April 5, 2019

News in Charts: While China GDP catches up with US, its currency lags

by Fathom Consulting.

China has enjoyed a formidable economic ascent. At the turn of the millennium, China’s GDP, when measured at market exchange rates, was around one-tenth the size of its US equivalent. By 2017, that figure had risen to over 60%, and is expected to continue rising. On other measures of economic activity, China has performed extremely well, too. It is now the world’s largest trading economy, in goods at least. And it is an increasing source of foreign direct investment, particularly for emerging economies. This success story notwithstanding, China’s rise in currency markets has been much more muted.

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One obvious area where China lags relative to the size of its economy is in currency markets. The renminbi’s share of global foreign reserves is less than 2%. That compares to a figure of almost 60% for the US dollar, and around 20% for the euro. The dollar’s status as the world’s reserve currency does not appear to be under material threat from China. Indeed, the US dollar only replaced sterling as the principal reserve currency some fifty years after the US became the world’s largest economy.

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Being the world’s reserve currency confers significant benefits on the sovereign that owns the printing rights over that currency. The rest of the world has to hold assets denominated in that currency in large quantities, irrespective of the yield on those assets. Consequently, the average return achieved by the rest of the world on its assets held in dollars is far lower than the average return US citizens achieve on their holdings of non-dollar denominated assets. The difference in yield runs to 3–4% per annum. That yield differential can be thought of as a gift, from the rest of the world to the US, worth around 4% of US GDP per year every year. The name for that flow of money is seigniorage — specifically the seigniorage that flows to the printer of reserve currency.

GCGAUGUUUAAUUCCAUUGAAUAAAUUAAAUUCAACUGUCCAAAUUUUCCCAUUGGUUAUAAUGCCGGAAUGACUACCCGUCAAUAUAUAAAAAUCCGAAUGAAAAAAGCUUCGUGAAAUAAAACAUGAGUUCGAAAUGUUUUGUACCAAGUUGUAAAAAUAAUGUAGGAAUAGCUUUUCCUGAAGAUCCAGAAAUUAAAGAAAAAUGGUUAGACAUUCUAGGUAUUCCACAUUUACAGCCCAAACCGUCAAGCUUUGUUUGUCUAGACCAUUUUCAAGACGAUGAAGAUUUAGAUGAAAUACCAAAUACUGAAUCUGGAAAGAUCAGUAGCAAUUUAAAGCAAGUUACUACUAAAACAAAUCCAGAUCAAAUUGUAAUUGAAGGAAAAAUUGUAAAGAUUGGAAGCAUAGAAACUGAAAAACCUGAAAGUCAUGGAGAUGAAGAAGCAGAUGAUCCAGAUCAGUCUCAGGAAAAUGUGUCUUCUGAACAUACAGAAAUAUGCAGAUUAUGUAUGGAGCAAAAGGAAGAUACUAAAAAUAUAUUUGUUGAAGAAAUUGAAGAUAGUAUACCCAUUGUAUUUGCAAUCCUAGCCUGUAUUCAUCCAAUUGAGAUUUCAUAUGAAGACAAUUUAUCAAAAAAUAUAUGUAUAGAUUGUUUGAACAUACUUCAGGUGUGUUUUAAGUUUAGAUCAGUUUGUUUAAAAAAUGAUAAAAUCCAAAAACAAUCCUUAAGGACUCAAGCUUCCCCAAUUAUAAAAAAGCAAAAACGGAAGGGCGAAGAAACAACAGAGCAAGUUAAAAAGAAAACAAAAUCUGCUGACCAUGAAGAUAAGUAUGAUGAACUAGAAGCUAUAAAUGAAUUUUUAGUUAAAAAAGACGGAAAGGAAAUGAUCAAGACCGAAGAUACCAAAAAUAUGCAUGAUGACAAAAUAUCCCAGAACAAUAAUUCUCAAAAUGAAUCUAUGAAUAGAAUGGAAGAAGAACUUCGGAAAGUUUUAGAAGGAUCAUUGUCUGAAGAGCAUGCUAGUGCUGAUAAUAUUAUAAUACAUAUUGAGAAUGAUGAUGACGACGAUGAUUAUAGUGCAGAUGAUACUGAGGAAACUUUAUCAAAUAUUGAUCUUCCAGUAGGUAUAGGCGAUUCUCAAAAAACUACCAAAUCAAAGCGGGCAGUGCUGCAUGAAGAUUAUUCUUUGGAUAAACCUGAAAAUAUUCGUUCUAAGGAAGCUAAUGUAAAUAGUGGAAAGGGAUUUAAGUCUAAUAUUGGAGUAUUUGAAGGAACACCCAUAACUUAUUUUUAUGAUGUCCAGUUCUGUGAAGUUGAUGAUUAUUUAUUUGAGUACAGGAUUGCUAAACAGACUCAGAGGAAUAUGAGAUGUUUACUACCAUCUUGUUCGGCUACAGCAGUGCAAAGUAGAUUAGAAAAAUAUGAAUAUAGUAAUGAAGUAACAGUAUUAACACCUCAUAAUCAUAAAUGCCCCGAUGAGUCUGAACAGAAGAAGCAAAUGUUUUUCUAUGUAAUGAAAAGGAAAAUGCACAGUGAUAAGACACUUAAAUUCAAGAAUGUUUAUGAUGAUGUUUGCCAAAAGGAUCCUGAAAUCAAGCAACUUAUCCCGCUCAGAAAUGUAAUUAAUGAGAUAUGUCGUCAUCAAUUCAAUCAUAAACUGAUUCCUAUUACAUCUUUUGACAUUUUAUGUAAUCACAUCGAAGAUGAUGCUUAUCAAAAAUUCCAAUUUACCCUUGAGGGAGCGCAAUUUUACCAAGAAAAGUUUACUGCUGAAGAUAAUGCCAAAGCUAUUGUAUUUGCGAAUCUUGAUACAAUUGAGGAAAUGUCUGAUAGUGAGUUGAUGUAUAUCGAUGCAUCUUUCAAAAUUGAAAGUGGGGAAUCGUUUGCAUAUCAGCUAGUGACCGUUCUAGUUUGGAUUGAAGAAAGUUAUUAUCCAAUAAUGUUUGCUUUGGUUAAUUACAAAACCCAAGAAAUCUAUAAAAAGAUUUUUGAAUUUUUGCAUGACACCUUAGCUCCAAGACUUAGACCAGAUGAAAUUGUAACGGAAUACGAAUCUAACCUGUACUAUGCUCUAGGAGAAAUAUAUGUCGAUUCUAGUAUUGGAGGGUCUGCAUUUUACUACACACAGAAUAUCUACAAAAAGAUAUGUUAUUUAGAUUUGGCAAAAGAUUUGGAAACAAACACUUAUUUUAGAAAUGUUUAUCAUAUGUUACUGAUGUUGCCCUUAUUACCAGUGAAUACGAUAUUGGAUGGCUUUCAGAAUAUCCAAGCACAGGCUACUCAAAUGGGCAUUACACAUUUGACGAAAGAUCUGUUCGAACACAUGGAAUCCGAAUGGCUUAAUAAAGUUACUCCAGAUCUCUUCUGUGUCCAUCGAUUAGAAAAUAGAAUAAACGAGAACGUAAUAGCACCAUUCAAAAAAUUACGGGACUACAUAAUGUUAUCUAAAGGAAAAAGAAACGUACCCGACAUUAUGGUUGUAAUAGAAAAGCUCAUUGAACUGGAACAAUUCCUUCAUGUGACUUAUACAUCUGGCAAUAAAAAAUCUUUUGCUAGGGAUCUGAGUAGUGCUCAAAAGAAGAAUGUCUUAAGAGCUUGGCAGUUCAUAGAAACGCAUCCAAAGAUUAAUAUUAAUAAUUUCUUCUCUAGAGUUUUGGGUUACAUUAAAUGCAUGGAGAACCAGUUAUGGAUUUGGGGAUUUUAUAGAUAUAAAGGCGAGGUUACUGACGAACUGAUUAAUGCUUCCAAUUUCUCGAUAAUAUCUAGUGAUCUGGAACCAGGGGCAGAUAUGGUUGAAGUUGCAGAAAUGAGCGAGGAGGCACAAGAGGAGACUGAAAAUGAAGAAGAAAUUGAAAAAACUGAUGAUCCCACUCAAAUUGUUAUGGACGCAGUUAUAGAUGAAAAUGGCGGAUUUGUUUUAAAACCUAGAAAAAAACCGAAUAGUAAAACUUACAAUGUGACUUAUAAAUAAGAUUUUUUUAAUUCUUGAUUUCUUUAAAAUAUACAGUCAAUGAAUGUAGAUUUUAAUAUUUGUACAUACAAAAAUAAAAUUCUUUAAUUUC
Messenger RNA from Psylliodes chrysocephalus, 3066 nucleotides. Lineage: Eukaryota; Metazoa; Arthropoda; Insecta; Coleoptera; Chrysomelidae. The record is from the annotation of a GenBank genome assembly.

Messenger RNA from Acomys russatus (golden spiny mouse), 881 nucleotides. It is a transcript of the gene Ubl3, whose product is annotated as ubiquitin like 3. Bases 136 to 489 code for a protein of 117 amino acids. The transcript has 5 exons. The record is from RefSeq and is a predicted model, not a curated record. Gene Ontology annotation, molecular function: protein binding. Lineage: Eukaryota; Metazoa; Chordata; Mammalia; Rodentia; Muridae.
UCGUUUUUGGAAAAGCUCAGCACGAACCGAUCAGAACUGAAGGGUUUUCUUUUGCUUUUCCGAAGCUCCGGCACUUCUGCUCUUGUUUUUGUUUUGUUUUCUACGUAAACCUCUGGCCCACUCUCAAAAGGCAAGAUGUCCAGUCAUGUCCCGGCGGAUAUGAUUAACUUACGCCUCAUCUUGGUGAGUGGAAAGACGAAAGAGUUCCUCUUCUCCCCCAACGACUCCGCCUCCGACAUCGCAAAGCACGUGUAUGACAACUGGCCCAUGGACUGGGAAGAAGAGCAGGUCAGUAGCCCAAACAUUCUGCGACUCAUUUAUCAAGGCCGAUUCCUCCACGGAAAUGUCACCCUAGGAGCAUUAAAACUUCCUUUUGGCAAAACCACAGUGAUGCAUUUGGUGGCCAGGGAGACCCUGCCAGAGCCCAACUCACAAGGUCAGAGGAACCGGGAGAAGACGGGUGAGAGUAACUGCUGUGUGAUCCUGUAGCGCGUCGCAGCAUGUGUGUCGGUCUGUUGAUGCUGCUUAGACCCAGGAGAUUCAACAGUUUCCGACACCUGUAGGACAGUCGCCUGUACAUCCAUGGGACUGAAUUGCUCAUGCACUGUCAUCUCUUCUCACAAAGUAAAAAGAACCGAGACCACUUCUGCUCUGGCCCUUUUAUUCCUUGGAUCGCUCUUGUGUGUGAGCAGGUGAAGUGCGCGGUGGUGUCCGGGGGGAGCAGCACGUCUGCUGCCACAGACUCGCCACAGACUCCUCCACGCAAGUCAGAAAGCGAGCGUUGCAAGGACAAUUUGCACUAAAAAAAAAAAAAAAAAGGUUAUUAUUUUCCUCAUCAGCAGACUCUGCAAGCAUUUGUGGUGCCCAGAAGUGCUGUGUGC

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The currency itself is a platform upon which a network of mutually reinforcing superstructures has been built — encompassing trade, international banking, internationally accepted hard currency for domestic transactions, and the pre-eminent store of wealth for households, firms and governments globally. This platform will be very hard to dislodge without first unpicking all of the dependencies. None of that is impossible, but it is not a process that takes a few years; rather, a few decades. While China’s GDP is likely to continue to close the gap with the US, the greenback’s status as the world’s reserve currency looks like it will be safe for many more years to come.

The charts in this article have been created using Chartbook on Datastream. The Chartbook was initially created by Fathom Consulting in 2012 and is now a catalogue of approximately 9000 charts, covering over 170 countries, analysing up-to-date macro and financial data. Whether it is a particular topic, country or variable you are interested in charting, the Chartbook has everything you need. To access Chartbook via Datastream search ‘cbook’.

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